There Is Some Real Confusion Out There If This Is Considered A Religious Test
The Constitution prohibits religious tests as a requirement for being a federal officeholder. But in what universe does this constitute a religious test?
The Founders were religious men. In fact, approximatley half of them received some sort of divinity school training.
If you read their writings, study their speeches and observe their actions, their Christian faith is undeniable.
Patrick Henry said, "It cannot be emphasized too strongly or too often that this great Nation was founded not by religionists, but by Christians; not on religions, but on the Gospel of Jesus Christ. For that reason alone, people of other faiths have been afforded freedom of worship here."
Benjamin Franklin wrote, "Whoever shall introduce into public affiars the principles of primitive Christianity will change the face of the world."
George Washington, calling for a National Day of Thanksgiving, said, "it is the duty of all nations to acknowledge the providence of Almighty God, to obey His will, to be grateful for His benefits, and humbly implore His protection and favor."
But their faith wasn't evident just in what they said, but also in what they did.
The Founders prayed daily as they wrestled with the reality of fighting for their Independence from Britain. In fact, the very first act of the Continental Congress was a call for prayer.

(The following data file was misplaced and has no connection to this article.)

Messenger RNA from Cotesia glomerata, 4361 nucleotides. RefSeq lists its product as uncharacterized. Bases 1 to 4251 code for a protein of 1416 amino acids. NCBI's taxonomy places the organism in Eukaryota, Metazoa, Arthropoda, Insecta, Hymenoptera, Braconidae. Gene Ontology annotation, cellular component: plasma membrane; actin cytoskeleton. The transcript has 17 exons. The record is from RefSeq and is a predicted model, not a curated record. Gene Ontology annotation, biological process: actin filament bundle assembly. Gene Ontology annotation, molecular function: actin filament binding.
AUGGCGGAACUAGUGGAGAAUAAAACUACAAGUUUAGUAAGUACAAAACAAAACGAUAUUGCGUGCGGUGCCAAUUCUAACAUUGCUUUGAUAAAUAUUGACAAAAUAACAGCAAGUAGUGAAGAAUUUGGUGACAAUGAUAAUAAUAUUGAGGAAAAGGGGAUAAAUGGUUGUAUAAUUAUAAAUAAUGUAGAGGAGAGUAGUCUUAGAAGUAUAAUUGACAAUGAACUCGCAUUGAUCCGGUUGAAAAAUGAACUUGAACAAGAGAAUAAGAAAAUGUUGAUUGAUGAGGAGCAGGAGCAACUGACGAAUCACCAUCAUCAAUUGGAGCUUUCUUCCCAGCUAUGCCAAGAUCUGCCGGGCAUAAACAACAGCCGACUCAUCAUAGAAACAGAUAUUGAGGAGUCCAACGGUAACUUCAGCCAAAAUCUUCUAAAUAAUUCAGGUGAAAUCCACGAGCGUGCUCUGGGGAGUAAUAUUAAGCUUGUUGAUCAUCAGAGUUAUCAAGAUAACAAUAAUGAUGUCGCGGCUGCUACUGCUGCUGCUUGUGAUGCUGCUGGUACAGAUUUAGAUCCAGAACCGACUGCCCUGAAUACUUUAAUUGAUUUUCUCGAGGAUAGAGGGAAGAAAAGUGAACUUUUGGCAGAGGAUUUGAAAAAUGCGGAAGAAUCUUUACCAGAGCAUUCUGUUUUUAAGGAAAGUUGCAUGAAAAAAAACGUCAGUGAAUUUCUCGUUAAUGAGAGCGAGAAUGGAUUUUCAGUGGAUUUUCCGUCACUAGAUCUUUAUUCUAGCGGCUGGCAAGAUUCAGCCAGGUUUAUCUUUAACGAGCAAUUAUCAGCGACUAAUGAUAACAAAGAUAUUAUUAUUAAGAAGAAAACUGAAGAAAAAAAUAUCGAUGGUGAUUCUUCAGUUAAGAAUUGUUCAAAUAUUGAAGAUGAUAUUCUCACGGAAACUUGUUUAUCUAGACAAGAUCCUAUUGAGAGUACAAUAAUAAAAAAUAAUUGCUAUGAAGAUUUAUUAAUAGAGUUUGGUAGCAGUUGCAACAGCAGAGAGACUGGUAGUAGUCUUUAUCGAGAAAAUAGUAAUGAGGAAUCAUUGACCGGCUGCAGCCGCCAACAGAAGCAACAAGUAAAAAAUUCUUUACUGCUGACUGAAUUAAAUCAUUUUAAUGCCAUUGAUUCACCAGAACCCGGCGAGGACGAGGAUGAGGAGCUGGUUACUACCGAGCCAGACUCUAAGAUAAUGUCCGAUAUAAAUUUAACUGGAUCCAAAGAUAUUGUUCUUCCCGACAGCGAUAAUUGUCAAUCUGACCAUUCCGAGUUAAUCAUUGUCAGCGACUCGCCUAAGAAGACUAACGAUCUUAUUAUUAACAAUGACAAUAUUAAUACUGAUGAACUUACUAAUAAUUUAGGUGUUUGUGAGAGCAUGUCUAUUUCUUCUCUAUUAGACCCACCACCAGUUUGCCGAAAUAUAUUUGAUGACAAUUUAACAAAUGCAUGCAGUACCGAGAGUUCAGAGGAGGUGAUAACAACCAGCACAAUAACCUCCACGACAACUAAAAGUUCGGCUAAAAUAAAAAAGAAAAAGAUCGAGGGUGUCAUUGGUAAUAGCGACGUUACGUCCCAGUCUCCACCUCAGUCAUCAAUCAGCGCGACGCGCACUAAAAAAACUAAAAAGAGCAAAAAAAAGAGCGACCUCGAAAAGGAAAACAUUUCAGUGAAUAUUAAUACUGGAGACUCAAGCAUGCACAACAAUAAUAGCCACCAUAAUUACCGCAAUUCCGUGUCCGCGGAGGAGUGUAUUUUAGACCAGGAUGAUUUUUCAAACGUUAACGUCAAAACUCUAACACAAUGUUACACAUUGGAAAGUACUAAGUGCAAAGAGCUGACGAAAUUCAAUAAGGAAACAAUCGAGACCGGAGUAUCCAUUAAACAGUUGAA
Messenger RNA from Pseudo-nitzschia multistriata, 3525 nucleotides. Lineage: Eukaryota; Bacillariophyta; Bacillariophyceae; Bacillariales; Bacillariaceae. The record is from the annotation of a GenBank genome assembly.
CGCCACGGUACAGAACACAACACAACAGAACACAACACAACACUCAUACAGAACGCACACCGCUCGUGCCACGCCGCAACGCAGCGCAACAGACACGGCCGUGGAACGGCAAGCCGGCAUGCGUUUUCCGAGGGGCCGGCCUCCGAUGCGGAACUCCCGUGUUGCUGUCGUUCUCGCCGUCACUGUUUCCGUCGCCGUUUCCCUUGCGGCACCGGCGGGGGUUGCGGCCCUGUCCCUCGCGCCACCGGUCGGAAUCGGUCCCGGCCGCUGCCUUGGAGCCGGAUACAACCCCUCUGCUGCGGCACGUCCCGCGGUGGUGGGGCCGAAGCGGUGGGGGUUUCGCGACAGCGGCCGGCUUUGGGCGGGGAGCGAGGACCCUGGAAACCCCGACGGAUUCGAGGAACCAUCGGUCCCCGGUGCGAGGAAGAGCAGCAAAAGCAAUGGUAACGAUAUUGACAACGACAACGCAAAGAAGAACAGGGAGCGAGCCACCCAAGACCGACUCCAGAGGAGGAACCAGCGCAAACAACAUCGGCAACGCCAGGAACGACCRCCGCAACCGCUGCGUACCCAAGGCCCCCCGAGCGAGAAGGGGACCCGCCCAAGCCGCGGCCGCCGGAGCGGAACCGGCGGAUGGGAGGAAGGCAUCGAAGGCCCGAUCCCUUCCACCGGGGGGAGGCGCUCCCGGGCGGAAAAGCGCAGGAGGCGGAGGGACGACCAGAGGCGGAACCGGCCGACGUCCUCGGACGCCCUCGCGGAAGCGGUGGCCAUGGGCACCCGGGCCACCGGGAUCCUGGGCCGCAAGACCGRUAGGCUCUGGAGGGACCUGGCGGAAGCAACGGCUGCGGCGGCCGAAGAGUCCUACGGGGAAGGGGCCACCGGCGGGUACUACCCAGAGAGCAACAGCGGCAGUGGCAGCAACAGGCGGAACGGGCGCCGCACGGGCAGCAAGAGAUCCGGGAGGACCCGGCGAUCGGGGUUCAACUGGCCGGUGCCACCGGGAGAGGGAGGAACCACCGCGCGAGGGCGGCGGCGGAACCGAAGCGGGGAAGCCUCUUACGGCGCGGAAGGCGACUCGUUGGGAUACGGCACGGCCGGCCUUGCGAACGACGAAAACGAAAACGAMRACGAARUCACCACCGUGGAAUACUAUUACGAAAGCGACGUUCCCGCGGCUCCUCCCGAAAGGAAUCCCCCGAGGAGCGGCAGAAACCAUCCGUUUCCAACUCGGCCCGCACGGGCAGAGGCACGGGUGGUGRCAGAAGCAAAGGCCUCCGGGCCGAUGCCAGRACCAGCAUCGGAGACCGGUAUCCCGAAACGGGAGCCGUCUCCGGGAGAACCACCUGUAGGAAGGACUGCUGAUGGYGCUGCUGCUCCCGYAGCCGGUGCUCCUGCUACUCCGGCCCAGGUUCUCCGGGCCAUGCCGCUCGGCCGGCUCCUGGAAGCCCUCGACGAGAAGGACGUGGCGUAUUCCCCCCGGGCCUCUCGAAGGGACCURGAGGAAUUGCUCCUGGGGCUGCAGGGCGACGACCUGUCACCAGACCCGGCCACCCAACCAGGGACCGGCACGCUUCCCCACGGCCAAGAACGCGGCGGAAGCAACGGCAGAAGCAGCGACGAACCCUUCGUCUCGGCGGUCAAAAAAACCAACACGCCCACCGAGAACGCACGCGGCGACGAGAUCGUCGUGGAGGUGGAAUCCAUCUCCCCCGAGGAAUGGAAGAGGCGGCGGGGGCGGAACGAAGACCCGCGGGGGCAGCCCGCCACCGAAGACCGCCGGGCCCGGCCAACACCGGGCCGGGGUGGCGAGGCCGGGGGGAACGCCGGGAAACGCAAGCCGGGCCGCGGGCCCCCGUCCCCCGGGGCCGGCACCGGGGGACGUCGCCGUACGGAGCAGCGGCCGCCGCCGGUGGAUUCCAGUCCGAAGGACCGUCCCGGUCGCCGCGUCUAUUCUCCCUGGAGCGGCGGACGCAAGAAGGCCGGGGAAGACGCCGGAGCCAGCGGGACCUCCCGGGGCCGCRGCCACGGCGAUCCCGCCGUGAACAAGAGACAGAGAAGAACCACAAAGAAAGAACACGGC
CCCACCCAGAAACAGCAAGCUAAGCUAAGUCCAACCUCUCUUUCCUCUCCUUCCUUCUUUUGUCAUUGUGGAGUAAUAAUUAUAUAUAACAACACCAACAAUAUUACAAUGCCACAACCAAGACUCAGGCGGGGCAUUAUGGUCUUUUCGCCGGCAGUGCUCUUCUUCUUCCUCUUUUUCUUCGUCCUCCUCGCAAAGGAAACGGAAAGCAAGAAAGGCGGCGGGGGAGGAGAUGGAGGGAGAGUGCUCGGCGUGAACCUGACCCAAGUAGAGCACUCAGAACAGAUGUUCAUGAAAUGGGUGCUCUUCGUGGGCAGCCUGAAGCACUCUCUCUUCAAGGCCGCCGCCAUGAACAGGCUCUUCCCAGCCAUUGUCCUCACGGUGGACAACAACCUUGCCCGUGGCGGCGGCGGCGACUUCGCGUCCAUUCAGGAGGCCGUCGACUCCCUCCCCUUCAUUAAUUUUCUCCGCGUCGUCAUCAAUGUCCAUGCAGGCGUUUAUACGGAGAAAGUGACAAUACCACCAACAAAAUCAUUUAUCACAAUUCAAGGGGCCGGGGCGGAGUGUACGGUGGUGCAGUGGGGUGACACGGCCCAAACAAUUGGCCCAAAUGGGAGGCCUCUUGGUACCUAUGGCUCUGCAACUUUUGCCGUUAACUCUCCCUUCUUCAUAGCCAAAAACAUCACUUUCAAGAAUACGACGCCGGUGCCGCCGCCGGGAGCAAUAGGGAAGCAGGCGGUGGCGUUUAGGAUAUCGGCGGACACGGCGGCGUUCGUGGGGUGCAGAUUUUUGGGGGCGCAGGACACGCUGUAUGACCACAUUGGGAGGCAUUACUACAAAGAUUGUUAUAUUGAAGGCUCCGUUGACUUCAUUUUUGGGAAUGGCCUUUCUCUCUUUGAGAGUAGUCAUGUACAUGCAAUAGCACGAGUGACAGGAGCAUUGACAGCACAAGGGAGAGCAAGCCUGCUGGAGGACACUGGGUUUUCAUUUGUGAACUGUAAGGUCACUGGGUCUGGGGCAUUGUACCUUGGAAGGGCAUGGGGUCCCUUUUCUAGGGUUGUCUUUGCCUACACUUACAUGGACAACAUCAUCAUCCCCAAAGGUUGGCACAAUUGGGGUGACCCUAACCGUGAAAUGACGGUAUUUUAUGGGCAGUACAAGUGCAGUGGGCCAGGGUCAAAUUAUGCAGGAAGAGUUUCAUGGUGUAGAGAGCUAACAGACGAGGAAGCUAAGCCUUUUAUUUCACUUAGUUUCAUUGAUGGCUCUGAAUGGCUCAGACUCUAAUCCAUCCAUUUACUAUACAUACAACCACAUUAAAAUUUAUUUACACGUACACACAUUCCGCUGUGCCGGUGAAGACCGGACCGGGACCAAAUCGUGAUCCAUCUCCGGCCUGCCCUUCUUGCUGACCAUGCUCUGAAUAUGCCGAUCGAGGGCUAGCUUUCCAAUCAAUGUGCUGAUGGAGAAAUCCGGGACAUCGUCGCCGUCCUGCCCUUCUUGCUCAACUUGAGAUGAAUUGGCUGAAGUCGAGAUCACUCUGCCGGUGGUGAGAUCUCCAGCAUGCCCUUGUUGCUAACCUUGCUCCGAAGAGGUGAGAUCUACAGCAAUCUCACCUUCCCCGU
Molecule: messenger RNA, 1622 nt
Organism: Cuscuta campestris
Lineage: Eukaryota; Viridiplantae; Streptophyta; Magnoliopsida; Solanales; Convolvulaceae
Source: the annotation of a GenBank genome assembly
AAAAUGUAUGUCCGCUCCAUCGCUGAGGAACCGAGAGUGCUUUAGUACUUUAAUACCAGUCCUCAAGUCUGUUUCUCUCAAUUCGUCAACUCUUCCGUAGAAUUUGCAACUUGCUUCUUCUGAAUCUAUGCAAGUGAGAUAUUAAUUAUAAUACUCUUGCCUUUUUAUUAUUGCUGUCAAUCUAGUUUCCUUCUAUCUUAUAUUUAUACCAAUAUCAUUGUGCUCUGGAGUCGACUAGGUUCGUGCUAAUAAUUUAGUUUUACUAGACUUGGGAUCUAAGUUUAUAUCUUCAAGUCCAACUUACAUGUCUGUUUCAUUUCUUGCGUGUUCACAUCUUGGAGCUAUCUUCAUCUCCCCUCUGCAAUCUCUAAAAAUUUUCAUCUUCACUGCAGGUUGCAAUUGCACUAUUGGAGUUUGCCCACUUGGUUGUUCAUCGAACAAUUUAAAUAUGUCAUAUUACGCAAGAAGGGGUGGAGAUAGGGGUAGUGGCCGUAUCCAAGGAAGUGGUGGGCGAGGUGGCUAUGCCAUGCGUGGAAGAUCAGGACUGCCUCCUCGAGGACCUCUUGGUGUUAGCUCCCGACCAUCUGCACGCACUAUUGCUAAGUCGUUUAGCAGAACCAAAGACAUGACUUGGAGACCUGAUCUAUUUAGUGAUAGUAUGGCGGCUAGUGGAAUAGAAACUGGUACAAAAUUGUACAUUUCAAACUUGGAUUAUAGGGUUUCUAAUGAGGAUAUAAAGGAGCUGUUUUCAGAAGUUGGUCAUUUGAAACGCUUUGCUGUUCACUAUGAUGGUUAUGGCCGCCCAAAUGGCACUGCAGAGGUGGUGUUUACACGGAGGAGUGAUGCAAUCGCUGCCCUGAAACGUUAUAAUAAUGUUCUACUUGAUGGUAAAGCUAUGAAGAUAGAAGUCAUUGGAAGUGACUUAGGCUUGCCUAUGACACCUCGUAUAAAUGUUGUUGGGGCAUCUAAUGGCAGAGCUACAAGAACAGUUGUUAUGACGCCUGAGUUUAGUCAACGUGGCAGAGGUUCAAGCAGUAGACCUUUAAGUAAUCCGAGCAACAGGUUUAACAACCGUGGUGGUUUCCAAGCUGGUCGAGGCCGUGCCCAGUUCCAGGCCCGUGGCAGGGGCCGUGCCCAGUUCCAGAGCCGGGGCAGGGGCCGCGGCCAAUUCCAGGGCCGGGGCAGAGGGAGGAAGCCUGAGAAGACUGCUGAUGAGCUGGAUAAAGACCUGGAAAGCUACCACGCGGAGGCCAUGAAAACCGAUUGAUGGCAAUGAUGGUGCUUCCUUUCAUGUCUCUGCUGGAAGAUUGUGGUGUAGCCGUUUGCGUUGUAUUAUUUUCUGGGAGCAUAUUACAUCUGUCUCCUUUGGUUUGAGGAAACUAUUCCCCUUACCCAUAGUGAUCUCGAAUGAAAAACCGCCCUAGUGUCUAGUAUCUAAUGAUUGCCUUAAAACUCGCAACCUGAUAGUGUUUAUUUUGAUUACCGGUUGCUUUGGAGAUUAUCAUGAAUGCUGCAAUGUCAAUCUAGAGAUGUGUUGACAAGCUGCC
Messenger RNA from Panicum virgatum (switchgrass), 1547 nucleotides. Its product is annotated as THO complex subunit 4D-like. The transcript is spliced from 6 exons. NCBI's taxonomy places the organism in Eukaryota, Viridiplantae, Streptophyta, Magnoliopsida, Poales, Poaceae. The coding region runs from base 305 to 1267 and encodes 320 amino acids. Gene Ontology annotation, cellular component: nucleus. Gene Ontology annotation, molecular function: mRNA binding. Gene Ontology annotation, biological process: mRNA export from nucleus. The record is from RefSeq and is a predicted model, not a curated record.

Our Founders and early leaders called for a national days of prayer and fasting.
They ordered 20,000 Bibles for the troops during the American Revolution.
They empolyed Christian chaplains.
Yet they didn't believe any of this was in conflict with some of their other fundamental concepts.
It didn't conflict with their view that there should be no state religion or church.
It didn't conflict with the free exercise of religion.
And it didn't conflict with their belief that no religious test should be given to federal officeholders.
But today's Democrat Party leaders apparently do see a conflict in these core principles.
In fact, from their convoluted viewpoint, asking witnesses to utter the words "so help me God" in an oath prior to their testimony constitutes a "religious test," which is absolutely ridiculous.
The Founders never saw any conflict on these sorts of matters, so why should we see one today?
Simple answer: we shouldn't.
Of course, expecting the Democrat Party leaders to be on the same page as the Founders is quite a stretch.